Lars (Thure Lindhardt) was just dismissed from the army because of rumors that he was gay. Now he doesn’t really know what to do with himself. By chance he stumbles into a group of neonazis. Their leader Fatty (Nicolas Bro) sees that Lars shows a lot of promise, so when Lars falls out with his parents, he pounces: He tells Lars he can stay with Jimmy (David Dencik) who is renovating a house for the group. But then Lars and Jimmy fall in love.
Brotherhood is a strong movie, particularly for a debut. There are some weaknesses in the plot but that is more than made up for by the differentiated approach to both Lars and Jimmy’s relationship with each other and even more so their relationship with the neonazi group.
It is not easy to have two main characters who are bigotted neonazis. Most people don’t react too positively to that. And while Lars might have a few more qualms than Jimmy, it’s far from him not being racist. He has no problem attacking a guy for being from Pakistan. It gets even more difficult, when you’re supposed to root for these people. But somehow, Donato makes it work.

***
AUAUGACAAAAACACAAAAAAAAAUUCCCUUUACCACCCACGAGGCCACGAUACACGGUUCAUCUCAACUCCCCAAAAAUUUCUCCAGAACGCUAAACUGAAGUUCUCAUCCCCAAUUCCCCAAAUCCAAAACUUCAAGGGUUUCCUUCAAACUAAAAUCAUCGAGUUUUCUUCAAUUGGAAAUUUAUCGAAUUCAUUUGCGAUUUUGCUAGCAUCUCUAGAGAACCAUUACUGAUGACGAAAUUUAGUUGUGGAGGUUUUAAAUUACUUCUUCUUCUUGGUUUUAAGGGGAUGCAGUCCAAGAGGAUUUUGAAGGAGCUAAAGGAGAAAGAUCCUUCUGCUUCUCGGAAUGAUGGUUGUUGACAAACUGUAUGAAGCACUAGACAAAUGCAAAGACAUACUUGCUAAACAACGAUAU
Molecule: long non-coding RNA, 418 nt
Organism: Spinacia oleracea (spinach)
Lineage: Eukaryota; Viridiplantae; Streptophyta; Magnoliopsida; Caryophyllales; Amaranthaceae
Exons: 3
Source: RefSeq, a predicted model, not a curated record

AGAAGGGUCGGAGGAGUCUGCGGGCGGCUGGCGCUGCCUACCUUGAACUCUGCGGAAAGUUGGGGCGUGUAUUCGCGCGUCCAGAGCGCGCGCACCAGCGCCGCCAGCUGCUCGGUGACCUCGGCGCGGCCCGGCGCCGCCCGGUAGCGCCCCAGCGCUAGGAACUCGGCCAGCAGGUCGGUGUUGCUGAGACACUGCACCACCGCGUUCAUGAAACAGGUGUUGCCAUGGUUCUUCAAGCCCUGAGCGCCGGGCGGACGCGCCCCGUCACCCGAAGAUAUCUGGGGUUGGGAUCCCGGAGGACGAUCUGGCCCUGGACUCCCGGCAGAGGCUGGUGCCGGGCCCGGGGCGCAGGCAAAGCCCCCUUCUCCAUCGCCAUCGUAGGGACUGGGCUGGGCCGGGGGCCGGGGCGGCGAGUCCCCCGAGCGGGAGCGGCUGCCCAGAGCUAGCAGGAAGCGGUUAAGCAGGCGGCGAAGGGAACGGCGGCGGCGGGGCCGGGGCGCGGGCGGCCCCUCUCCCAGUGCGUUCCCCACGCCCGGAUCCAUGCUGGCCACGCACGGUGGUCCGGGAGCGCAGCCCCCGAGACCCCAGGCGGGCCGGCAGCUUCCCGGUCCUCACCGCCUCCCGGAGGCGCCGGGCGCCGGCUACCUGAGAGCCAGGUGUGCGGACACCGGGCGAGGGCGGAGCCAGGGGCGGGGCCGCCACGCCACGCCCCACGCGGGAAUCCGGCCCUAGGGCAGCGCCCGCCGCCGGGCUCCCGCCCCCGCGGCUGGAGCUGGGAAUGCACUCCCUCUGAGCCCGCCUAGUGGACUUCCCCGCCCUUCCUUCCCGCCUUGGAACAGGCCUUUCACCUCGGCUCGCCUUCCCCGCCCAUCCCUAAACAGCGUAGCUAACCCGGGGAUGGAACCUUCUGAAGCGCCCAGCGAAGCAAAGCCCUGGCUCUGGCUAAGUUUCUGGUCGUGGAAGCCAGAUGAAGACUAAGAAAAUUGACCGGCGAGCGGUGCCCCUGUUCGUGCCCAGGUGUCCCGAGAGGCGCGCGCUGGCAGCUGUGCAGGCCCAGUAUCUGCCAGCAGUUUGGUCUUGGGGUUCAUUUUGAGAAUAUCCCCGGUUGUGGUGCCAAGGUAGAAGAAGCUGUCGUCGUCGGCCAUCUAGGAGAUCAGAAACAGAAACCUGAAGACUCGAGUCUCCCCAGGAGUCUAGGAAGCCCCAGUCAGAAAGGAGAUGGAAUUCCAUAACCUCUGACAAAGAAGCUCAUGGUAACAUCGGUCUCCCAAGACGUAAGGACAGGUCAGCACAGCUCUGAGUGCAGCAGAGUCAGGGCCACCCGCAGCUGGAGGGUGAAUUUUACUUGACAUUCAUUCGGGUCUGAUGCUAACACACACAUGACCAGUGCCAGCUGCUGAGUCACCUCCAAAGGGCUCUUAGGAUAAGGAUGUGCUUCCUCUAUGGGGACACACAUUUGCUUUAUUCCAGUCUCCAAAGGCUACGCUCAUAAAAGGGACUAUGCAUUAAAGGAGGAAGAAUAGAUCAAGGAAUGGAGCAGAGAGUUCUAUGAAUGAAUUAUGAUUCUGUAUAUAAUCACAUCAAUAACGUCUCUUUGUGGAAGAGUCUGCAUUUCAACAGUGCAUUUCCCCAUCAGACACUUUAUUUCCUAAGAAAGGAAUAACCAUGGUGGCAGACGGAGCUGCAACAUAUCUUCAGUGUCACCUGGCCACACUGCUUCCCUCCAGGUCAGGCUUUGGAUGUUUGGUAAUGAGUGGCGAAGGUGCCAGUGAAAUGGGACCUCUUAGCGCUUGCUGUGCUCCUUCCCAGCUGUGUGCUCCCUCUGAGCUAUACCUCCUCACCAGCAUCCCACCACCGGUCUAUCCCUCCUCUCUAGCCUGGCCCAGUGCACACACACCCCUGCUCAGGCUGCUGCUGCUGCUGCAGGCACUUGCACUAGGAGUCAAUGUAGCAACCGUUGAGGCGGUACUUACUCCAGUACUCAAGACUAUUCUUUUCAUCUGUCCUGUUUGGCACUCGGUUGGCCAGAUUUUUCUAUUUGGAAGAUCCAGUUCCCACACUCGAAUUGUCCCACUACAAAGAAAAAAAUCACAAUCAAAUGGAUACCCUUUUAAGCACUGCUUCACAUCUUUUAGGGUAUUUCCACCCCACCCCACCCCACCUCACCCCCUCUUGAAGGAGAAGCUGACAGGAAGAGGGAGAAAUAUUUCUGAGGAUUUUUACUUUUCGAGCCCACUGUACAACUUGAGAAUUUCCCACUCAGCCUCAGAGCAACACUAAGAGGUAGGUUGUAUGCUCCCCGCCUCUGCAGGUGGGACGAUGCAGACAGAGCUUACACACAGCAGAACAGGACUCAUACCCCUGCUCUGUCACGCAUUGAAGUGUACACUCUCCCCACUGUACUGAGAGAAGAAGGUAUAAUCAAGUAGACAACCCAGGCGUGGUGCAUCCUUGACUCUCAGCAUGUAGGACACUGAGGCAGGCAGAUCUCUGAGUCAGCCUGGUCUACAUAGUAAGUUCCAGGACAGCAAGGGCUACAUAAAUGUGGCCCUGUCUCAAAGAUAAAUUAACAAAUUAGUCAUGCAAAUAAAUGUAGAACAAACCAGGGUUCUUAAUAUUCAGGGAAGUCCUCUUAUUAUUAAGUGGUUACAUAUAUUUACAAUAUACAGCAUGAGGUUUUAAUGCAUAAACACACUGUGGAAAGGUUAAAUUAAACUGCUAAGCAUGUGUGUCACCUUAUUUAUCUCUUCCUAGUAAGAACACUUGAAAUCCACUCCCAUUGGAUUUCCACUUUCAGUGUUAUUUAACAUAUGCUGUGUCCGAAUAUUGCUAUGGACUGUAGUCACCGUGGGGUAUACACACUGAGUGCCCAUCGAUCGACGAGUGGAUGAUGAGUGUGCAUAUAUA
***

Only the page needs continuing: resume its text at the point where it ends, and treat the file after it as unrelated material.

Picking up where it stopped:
He shows that the reason for joining such a group might be more difficult than just being an evil bastard. It’s apparent that at the start, Lars is very hesitant to join. But he’s drawn in by the comraderie, by the promise of friendship and because he just got the rug pulled out from under his feet and doesn’t know what to do. Of course this doesn’t excuse his behavior in any way but it does end up making him a more sympathetic and complex character.
None of this would have worked without the brilliant cast. Especially Thure Lindhardt and David Dencik were great, though Nicolas Bro was wonderfully creepy.
Movies about neonazis tend to get rather preachy. Donato manages to avoid that. Unfortunately his ending was a bit melodramatic, though. I didn’t like it, I thought it was a bit over the top. But since that usually comes with being a debut film, it’s forgiveable.
Summarising: Despite the klunky ending, definitely recommended watching.